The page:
“We had 1300 certified green belts, ran 100’s of events, and still did not have a lean culture.”
-Kennametal (2017 Kata Summit)
In "Learning to Lead at Toyota," Steven Spear described the transformation of “Bob Dallis,” from a leader who decides and implements to one who is capable of developing teams to conduct multiple PDSA cycles every shift at a much faster pace than he could have ever accomplished on his own. This is a stark contrast to classical lean deployment of episodic events facilitated by an improvement team.
Though it largely flew under the radar for some time, Spear’s work became the eureka moment answering the lean community’s question as to why our companies had yet to achieve Toyota’s velocity of improvement. Rather than depending upon the lean promotion office to spread the Toyota Way to its American manufacturing plants, leaders were taught what people development and problem solving should “look like” at each tier of the organization so that the culture of the organization was one in which everybody was engaged in problem solving every day.
If “Learning to Lead” gave us Toyota’s blueprint on how to develop leaders, why was there not an immediate shift in the collective focus in the lean community?
Because lean practitioners have deeply ingrained habits too!
My epiphany occurred in 2012 when I saw Toyota Kata on a bookshelf at an LEI healthcare summit. I had taken some martial arts as a child and was intrigued by the title, but fully expected another book reinforcing the same lean tools. However, like many of us, after picking it up, I read it cover-to-cover on the plane trip back to Seattle and, by the time I landed, knew I needed to change everything I was doing. The “5 question card” was the final cracking of the code to answer how to get started. Or so I thought. Upon returning from the summit, I found an enthusiastic unit manager, and … fell back into my old routine.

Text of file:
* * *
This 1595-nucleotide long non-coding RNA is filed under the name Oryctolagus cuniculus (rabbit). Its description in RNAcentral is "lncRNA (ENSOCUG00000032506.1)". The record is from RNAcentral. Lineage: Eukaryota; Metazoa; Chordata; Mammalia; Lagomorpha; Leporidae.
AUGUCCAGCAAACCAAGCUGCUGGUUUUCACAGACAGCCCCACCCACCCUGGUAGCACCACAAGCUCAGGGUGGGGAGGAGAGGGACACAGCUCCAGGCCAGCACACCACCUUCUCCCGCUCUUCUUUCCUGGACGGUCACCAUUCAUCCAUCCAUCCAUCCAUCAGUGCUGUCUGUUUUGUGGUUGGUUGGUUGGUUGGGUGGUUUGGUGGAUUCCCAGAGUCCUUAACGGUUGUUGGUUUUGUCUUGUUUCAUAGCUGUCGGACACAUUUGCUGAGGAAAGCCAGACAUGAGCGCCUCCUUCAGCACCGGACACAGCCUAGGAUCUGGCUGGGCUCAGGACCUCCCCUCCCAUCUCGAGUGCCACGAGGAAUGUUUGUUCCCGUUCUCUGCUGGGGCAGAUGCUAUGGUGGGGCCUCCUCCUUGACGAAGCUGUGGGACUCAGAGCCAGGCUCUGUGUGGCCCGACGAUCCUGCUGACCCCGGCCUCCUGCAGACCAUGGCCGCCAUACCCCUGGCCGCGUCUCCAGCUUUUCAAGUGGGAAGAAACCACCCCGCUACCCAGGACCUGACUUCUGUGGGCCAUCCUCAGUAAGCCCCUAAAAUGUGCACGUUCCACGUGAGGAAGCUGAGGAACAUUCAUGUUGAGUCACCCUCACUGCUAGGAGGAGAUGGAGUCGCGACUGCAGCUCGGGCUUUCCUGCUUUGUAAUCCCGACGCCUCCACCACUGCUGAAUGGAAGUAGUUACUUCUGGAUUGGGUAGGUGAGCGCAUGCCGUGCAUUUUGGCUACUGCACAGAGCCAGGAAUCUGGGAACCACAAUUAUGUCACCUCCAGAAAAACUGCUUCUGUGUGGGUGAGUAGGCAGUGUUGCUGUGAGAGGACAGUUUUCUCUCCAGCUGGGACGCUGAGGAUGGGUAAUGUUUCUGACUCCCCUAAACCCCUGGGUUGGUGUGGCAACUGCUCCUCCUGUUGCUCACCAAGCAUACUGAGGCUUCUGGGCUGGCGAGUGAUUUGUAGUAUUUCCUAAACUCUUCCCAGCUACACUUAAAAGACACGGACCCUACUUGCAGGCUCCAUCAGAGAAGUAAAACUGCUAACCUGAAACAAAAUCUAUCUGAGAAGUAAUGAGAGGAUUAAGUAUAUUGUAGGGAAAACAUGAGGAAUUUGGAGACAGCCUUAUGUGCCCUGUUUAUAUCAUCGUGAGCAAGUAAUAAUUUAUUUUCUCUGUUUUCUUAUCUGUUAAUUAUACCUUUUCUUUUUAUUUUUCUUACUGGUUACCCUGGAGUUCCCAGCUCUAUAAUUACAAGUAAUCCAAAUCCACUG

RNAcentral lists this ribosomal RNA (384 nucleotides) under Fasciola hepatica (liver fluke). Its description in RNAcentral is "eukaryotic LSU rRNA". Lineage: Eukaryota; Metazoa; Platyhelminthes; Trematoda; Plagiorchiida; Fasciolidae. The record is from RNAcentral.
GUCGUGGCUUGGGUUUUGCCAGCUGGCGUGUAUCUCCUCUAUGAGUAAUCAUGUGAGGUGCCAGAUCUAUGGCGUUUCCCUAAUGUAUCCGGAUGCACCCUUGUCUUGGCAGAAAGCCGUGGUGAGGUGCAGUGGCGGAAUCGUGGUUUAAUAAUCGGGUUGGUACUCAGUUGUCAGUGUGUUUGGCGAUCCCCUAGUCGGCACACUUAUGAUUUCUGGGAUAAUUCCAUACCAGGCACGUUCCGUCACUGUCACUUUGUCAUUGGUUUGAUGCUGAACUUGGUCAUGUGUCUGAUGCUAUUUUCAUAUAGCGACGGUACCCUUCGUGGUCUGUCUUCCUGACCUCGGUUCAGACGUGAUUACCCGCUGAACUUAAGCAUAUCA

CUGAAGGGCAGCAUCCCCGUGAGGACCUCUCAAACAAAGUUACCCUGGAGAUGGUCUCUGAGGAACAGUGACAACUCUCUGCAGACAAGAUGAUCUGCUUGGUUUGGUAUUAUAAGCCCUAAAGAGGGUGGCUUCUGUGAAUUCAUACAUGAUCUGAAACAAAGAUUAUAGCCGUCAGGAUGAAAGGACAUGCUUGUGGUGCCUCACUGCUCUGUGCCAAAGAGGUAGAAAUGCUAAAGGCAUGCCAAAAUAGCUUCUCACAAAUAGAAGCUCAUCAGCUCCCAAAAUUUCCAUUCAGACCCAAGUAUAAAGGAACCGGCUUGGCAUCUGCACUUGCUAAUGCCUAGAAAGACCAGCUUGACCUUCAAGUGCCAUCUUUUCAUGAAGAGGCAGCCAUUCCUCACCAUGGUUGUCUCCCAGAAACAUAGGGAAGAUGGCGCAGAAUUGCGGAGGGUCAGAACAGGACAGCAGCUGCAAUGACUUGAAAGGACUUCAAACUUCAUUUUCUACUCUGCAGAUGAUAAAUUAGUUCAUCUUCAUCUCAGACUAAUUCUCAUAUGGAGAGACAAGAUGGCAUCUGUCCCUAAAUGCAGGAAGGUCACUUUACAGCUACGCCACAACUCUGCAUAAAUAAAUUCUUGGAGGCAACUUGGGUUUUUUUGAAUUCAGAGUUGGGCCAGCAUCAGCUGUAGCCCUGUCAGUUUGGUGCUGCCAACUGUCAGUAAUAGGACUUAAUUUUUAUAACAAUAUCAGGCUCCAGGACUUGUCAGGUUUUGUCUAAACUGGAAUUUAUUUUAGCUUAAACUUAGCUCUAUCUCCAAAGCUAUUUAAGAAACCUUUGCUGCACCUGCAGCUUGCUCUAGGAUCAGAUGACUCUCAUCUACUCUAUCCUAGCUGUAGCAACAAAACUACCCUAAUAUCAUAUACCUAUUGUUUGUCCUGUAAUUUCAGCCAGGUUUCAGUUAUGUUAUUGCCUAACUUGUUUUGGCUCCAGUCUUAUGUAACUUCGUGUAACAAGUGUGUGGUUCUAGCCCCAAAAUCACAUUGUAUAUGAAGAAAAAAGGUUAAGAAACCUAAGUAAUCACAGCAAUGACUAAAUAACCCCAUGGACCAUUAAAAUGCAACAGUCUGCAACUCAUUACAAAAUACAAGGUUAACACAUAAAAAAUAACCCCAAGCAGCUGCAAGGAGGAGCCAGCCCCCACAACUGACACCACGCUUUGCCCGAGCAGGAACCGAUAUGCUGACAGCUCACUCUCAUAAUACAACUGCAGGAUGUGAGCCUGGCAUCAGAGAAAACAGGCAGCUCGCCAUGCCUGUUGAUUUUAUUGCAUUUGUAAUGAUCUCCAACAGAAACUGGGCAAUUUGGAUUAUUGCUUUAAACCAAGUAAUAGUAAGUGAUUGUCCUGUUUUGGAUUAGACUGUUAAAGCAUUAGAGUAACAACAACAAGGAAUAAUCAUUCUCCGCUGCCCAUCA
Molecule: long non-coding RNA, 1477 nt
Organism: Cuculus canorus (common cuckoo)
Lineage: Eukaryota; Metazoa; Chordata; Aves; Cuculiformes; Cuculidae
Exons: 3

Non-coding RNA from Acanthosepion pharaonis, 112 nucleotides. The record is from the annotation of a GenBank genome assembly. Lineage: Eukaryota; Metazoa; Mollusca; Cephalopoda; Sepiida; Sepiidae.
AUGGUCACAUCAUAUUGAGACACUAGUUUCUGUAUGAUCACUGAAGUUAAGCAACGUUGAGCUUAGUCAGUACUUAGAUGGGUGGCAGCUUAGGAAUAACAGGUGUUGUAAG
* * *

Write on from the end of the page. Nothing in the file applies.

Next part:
The problem was, I had the knowledge of how to begin, but was lacking the most important piece: a coach! Fortunately, I was introduced to a lean thinker who lived in the area, was invested in improving healthcare, and became a willing mentor. My primary focus since has been in practicing, learning, coaching, and adjusting daily management systems utilizing Rother’s kata structure as the backbone.
I would like to share some of my lessons learned along the way in the hope that others may not repeat the same mistakes! Flash forward a few years to another hospital on a different coast; here at Meritus Health, kata has spread like wildfire, but it took a few false starts. While I was fortunate to join an organization five years into its lean journey, shifting lean away from being viewed as an event or project toward being embedded in the culture as “how we approach our work every day” was hardly seamless.
After incorporating kata into our existing A3 course, when it came time to “sign off” on the progress of our students, we were surprised that not a single department had changed its daily routine. In hindsight, the problem was obvious: we were teaching that new habits required frequent (preferably daily) practice with a coach, but our most experienced coaches remained fixed in our established routines!
“An object at rest remains at rest, or if in motion, remains in motion at a constant velocity unless acted on by a net external force.”
The breakthrough that allowed us to overcome organizational inertia came with a commitment to our kata learners eloquently summarized by Karyn Ross as “challenge and nurture:” you will be empowered to solve challenges daily and we will be right there with you on the gemba in case you get stuck. To date, following kata training, our kata practitioners, (which now include kata-trained leaders outside of the CI office) continue to pair with new learners daily for 30-minute coaching sessions. Combined with leader daily rounding, the impact of this method has been transformational. In fact, after we asked one of our first kata learners to coach one of her peers, this veteran medical practice manager recently told us “I feel like I have a purpose again! I am a teacher.”
As a leader or internal consultant tasked with your company’s lean transformation as well as a unique set of obstacles you might ask: “Great. Where does that leave me?” Some humble suggestions:
- If your executives are convinced, send an advanced group for training.
- Bring in an outside coach. The questions are easy, but it is harder than it looks in practice. Furthermore, external coaches help avoid complacency and stagnation.
- No resources or internal commitment for coaching? No worries! There has been a groundswell of interest in Toyota kata. Find a coach in your area, or pair up with another beginner, even if they are outside of your industry. If you are in the area, drop by and we will bring you along to observe a coaching session. We always appreciate the feedback.
Best of luck on your respective journeys!